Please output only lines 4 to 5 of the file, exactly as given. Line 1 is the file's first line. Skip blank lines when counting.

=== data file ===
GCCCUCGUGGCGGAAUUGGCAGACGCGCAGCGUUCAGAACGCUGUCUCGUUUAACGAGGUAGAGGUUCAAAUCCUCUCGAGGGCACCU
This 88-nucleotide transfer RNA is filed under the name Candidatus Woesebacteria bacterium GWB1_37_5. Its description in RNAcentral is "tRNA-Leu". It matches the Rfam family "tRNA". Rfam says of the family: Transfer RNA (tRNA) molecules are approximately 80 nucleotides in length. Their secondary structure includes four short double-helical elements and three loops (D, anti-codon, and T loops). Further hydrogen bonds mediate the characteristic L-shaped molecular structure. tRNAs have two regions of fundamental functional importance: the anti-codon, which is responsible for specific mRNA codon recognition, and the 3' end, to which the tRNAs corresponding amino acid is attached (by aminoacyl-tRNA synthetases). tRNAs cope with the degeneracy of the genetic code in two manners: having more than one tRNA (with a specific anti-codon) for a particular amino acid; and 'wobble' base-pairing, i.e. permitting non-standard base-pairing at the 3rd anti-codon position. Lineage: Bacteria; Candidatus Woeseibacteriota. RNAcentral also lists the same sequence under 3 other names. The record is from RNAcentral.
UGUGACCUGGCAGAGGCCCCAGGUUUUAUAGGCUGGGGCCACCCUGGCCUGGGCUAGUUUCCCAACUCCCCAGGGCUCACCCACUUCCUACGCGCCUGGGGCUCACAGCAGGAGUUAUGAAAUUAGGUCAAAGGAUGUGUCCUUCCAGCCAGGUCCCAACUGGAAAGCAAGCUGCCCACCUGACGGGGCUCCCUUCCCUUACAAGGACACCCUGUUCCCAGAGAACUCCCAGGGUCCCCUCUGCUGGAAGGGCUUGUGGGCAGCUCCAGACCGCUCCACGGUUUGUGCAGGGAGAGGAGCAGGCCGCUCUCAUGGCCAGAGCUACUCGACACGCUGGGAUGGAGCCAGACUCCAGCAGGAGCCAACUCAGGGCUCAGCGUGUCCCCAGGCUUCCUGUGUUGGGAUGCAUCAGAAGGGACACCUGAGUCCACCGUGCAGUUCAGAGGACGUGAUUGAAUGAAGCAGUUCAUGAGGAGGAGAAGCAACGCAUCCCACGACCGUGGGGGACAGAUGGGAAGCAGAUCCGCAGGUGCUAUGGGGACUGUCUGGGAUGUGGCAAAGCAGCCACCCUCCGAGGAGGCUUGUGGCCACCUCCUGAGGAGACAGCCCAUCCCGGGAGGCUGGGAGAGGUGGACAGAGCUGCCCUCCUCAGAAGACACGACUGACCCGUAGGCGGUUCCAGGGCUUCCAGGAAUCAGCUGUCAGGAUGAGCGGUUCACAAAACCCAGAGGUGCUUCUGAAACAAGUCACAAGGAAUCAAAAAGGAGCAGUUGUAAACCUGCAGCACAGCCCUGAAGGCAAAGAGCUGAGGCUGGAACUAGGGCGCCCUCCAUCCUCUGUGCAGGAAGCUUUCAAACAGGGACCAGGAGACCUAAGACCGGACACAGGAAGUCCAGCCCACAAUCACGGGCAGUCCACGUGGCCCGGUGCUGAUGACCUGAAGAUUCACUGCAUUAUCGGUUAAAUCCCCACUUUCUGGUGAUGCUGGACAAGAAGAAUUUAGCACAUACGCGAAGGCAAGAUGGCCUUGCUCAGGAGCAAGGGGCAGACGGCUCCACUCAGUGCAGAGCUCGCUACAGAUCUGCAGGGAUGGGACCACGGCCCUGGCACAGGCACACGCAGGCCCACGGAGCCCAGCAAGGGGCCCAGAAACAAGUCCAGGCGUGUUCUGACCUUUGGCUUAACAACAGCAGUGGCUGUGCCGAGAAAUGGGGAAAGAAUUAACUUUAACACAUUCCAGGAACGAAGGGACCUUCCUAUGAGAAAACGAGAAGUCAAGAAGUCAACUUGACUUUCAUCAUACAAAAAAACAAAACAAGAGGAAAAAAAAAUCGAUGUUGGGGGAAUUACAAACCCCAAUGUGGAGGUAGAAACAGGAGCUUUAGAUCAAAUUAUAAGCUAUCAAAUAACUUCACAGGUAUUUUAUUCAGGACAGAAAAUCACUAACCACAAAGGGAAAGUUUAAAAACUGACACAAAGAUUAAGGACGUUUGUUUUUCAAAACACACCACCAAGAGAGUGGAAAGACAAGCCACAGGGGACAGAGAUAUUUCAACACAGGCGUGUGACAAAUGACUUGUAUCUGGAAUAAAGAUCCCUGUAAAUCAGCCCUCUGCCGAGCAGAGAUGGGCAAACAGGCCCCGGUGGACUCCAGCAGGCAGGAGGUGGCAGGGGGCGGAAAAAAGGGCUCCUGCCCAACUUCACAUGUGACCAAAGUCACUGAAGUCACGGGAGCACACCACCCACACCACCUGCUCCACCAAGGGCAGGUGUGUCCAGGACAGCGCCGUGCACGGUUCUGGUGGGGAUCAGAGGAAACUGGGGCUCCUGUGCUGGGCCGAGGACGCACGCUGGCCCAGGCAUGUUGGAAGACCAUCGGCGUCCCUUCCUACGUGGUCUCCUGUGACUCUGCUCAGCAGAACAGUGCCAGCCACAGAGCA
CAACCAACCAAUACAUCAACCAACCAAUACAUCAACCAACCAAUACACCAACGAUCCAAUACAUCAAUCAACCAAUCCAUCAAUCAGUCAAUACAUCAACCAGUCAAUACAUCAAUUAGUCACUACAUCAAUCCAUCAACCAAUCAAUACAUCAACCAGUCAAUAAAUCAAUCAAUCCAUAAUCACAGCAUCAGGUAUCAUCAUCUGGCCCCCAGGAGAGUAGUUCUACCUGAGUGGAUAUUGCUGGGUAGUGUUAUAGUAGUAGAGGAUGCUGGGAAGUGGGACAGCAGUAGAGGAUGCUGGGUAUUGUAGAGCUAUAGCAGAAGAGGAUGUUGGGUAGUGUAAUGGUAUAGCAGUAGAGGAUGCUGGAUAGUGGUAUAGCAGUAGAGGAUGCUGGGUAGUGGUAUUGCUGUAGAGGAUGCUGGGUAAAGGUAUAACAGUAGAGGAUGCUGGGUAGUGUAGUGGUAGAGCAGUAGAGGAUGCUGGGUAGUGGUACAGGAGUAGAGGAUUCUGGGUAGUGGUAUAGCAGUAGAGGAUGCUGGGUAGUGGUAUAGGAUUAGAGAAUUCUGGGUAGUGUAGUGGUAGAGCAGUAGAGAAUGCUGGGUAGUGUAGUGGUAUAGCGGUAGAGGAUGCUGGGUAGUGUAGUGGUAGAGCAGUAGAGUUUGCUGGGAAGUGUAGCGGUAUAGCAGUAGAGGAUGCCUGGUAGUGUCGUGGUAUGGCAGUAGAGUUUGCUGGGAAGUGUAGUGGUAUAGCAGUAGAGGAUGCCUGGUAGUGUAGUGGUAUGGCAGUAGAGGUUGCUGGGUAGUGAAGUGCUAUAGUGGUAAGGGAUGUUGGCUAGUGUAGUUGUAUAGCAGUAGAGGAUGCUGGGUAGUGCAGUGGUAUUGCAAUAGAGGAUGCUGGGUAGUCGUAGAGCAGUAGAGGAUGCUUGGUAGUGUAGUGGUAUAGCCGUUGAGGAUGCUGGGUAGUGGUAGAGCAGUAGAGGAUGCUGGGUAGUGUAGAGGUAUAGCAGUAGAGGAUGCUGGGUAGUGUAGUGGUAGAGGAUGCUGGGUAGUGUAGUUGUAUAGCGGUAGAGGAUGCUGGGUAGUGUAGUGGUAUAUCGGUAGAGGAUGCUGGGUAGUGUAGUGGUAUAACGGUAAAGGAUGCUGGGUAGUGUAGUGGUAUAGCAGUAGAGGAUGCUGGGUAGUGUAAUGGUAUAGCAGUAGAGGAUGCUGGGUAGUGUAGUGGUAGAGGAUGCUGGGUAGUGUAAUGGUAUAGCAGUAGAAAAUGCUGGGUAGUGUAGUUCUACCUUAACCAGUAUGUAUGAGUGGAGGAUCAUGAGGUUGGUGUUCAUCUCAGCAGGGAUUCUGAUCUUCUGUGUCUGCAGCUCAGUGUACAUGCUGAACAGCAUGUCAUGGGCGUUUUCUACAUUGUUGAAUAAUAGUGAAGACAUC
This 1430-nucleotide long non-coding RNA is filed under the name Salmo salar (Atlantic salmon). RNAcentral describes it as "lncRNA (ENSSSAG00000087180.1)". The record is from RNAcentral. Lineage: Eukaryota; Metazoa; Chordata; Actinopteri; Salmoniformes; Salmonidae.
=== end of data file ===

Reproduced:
CAACCAACCAAUACAUCAACCAACCAAUACAUCAACCAACCAAUACACCAACGAUCCAAUACAUCAAUCAACCAAUCCAUCAAUCAGUCAAUACAUCAACCAGUCAAUACAUCAAUUAGUCACUACAUCAAUCCAUCAACCAAUCAAUACAUCAACCAGUCAAUAAAUCAAUCAAUCCAUAAUCACAGCAUCAGGUAUCAUCAUCUGGCCCCCAGGAGAGUAGUUCUACCUGAGUGGAUAUUGCUGGGUAGUGUUAUAGUAGUAGAGGAUGCUGGGAAGUGGGACAGCAGUAGAGGAUGCUGGGUAUUGUAGAGCUAUAGCAGAAGAGGAUGUUGGGUAGUGUAAUGGUAUAGCAGUAGAGGAUGCUGGAUAGUGGUAUAGCAGUAGAGGAUGCUGGGUAGUGGUAUUGCUGUAGAGGAUGCUGGGUAAAGGUAUAACAGUAGAGGAUGCUGGGUAGUGUAGUGGUAGAGCAGUAGAGGAUGCUGGGUAGUGGUACAGGAGUAGAGGAUUCUGGGUAGUGGUAUAGCAGUAGAGGAUGCUGGGUAGUGGUAUAGGAUUAGAGAAUUCUGGGUAGUGUAGUGGUAGAGCAGUAGAGAAUGCUGGGUAGUGUAGUGGUAUAGCGGUAGAGGAUGCUGGGUAGUGUAGUGGUAGAGCAGUAGAGUUUGCUGGGAAGUGUAGCGGUAUAGCAGUAGAGGAUGCCUGGUAGUGUCGUGGUAUGGCAGUAGAGUUUGCUGGGAAGUGUAGUGGUAUAGCAGUAGAGGAUGCCUGGUAGUGUAGUGGUAUGGCAGUAGAGGUUGCUGGGUAGUGAAGUGCUAUAGUGGUAAGGGAUGUUGGCUAGUGUAGUUGUAUAGCAGUAGAGGAUGCUGGGUAGUGCAGUGGUAUUGCAAUAGAGGAUGCUGGGUAGUCGUAGAGCAGUAGAGGAUGCUUGGUAGUGUAGUGGUAUAGCCGUUGAGGAUGCUGGGUAGUGGUAGAGCAGUAGAGGAUGCUGGGUAGUGUAGAGGUAUAGCAGUAGAGGAUGCUGGGUAGUGUAGUGGUAGAGGAUGCUGGGUAGUGUAGUUGUAUAGCGGUAGAGGAUGCUGGGUAGUGUAGUGGUAUAUCGGUAGAGGAUGCUGGGUAGUGUAGUGGUAUAACGGUAAAGGAUGCUGGGUAGUGUAGUGGUAUAGCAGUAGAGGAUGCUGGGUAGUGUAAUGGUAUAGCAGUAGAGGAUGCUGGGUAGUGUAGUGGUAGAGGAUGCUGGGUAGUGUAAUGGUAUAGCAGUAGAAAAUGCUGGGUAGUGUAGUUCUACCUUAACCAGUAUGUAUGAGUGGAGGAUCAUGAGGUUGGUGUUCAUCUCAGCAGGGAUUCUGAUCUUCUGUGUCUGCAGCUCAGUGUACAUGCUGAACAGCAUGUCAUGGGCGUUUUCUACAUUGUUGAAUAAUAGUGAAGACAUC
This 1430-nucleotide long non-coding RNA is filed under the name Salmo salar (Atlantic salmon). RNAcentral describes it as "lncRNA (ENSSSAG00000087180.1)". The record is from RNAcentral. Lineage: Eukaryota; Metazoa; Chordata; Actinopteri; Salmoniformes; Salmonidae.